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Geographic miss of lung tumours due to respiratory motion: a comparison of 3D vs 4D PET/CT defined target volumes

Overview of attention for article published in Radiation Oncology, December 2014
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  • Good Attention Score compared to outputs of the same age (71st percentile)
  • High Attention Score compared to outputs of the same age and source (88th percentile)

Mentioned by

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4 tweeters

Citations

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24 Dimensions

Readers on

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31 Mendeley
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Title
Geographic miss of lung tumours due to respiratory motion: a comparison of 3D vs 4D PET/CT defined target volumes
Published in
Radiation Oncology, December 2014
DOI 10.1186/s13014-014-0291-6
Pubmed ID
Authors

Jason Callahan, Tomas Kron, Shankar Siva, Nathalie Simoens, Amanda Edgar, Sarah Everitt, Michal E Schneider, Rodney J Hicks

Abstract

BackgroundPET/CT scans acquired in the radiotherapy treatment position are typically performed without compensating for respiratory motion. The purpose of this study was to investigate geographic miss of lung tumours due to respiratory motion for target volumes defined on a standard 3D-PET/CT.Methods29 patients staged for pulmonary malignancy who completed both a 3D-PET/CT and 4D-PET/CT were included. A 3D-Gross Tumour Volume (GTV) was defined on the standard whole body PET/CT scan. Subsequently a 4D-GTV was defined on a 4D-PET/CT MIP. A 5 mm, 10 mm, 15 mm symmetrical and 15x10mm asymmetrical Planning Target Volume (PTV) was created by expanding the 3D-GTV and 4D-GTV¿s. A 3D conformal plan was generated and calculated to cover the 3D-PTV. The 3D plan was transferred to the 4D-PTV and analysed for geographic miss. Three types of miss were measured. Type 1: any part of the 4D-GTV outside the 3D-PTV. Type 2: any part of the 4D-PTV outside the 3D-PTV. Type 3: any part of the 4D-PTV receiving less than 95% of the prescribed dose. The lesion motion was measured to look at the association between lesion motion and geographic miss.ResultsWhen a standard 15 mm or asymmetrical PTV margin was used there were 1/29 (3%) Type 1 misses. This increased 7/29 (24%) for the 10 mm margin and 23/29 (79%) for a 5 mm margin. All patients for all margins had a Type 2 geographic miss. There was a Type 3 miss in 25 out of 29 cases in the 5, 10, and 15 mm PTV margin groups. The asymmetrical margin had one additional Type 3 miss. Pearson analysis showed a correlation (p < 0.01) between lesion motion and the severity of the different types of geographic miss.ConclusionWithout any form of motion suppression, the current standard of a 3D- PET/CT and 15 mm PTV margin employed for lung lesions has an increasing risk of significant geographic miss when tumour motion increases. Use of smaller asymmetric margins in the cranio-caudal direction does not comprise tumour coverage. Reducing PTV margins for volumes defined on 3D-PET/CT will greatly increase the chance and severity of a geometric miss due to respiratory motion. 4D-imaging reduces the risk of geographic miss across the population of tumour sizes and magnitude of motion investigated in the study.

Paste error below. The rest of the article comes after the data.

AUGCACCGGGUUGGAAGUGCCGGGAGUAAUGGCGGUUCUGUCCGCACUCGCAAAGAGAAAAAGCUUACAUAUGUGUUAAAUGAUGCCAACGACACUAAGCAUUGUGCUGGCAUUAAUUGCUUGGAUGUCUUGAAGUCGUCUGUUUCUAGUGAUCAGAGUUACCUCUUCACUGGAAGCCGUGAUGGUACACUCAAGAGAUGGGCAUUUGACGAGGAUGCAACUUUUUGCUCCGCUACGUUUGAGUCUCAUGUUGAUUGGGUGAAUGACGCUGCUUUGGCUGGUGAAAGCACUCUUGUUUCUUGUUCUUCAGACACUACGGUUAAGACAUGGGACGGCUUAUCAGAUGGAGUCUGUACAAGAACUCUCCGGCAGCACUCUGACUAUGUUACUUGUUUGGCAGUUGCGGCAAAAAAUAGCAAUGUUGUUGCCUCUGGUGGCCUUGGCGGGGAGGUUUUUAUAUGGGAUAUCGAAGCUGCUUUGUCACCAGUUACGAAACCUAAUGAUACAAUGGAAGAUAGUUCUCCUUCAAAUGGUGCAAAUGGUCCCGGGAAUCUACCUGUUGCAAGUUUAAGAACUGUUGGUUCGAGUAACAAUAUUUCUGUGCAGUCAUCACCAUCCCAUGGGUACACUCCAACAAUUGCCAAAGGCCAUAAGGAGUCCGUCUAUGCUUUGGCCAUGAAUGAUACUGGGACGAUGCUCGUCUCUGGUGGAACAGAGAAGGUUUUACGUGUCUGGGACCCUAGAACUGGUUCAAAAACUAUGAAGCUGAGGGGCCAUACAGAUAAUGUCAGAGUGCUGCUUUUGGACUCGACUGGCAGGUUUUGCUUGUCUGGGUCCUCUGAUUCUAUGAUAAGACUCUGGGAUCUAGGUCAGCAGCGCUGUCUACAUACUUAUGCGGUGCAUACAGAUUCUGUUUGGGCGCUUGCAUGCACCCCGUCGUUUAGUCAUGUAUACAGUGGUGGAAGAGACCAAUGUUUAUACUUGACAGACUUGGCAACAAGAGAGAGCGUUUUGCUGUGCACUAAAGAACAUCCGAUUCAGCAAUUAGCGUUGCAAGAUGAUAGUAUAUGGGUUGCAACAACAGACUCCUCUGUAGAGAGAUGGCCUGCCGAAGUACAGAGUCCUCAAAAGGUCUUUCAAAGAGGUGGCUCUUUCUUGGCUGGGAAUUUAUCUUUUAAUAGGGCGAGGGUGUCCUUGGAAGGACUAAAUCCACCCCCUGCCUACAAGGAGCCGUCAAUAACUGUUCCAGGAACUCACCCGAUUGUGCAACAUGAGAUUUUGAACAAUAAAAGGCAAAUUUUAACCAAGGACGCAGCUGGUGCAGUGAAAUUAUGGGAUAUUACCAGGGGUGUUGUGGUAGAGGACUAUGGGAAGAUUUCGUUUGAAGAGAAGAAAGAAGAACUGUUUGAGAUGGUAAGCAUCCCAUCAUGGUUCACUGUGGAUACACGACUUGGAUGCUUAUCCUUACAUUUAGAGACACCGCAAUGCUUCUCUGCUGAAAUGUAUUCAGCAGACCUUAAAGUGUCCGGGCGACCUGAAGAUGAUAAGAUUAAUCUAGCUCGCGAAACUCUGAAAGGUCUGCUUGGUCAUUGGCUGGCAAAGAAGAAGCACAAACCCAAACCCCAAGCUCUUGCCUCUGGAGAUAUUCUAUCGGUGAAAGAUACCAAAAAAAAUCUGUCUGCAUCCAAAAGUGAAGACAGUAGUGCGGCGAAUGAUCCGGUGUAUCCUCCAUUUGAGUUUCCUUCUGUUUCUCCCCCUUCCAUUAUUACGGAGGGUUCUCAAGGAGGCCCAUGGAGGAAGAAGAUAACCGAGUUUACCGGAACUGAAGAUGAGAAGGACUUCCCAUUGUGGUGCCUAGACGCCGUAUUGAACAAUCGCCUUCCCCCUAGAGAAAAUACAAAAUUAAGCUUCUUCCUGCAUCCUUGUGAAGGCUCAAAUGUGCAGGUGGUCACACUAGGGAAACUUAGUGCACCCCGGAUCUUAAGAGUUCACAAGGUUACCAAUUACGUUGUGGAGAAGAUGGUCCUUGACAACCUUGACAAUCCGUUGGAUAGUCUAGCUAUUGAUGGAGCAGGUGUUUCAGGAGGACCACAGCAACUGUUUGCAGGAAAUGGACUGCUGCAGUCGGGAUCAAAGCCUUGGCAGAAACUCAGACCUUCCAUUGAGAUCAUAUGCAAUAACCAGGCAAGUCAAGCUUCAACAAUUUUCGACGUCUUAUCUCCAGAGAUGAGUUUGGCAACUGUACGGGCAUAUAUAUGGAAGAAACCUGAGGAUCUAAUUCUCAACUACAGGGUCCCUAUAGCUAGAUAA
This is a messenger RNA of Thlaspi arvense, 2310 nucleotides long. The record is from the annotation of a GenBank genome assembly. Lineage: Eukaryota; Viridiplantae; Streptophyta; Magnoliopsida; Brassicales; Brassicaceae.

Twitter Demographics

The data shown below were collected from the profiles of 4 tweeters who shared this research output. Click here to find out more about how the information was compiled.

Mendeley readers

The data shown below were compiled from readership statistics for 31 Mendeley readers of this research output. Click here to see the associated Mendeley record.

Geographical breakdown

Country Count As %
Unknown 31 100%

Demographic breakdown

Readers by professional status Count As %
Researcher 7 23%
Other 5 16%
Student > Bachelor 5 16%
Student > Ph. D. Student 5 16%
Student > Master 2 6%
Other 5 16%
Unknown 2 6%
Readers by discipline Count As %
Medicine and Dentistry 12 39%
Physics and Astronomy 8 26%
Nursing and Health Professions 5 16%
Engineering 2 6%
Veterinary Science and Veterinary Medicine 1 3%
Other 0 0%
Unknown 3 10%

Attention Score in Context

This research output has an Altmetric Attention Score of 4. This is our high-level measure of the quality and quantity of online attention that it has received. This Attention Score, as well as the ranking and number of research outputs shown below, was calculated when the research output was last mentioned on 23 December 2014.
All research outputs
#3,571,028
of 12,437,730 outputs
Outputs from Radiation Oncology
#200
of 1,302 outputs
Outputs of similar age
#69,945
of 251,040 outputs
Outputs of similar age from Radiation Oncology
#21
of 183 outputs
Altmetric has tracked 12,437,730 research outputs across all sources so far. This one has received more attention than most of these and is in the 71st percentile.
So far Altmetric has tracked 1,302 research outputs from this source. They receive a mean Attention Score of 2.3. This one has done well, scoring higher than 84% of its peers.
Older research outputs will score higher simply because they've had more time to accumulate mentions. To account for age we can compare this Altmetric Attention Score to the 251,040 tracked outputs that were published within six weeks on either side of this one in any source. This one has gotten more attention than average, scoring higher than 71% of its contemporaries.
We're also able to compare this research output to 183 others from the same source and published within six weeks on either side of this one. This one has done well, scoring higher than 88% of its contemporaries.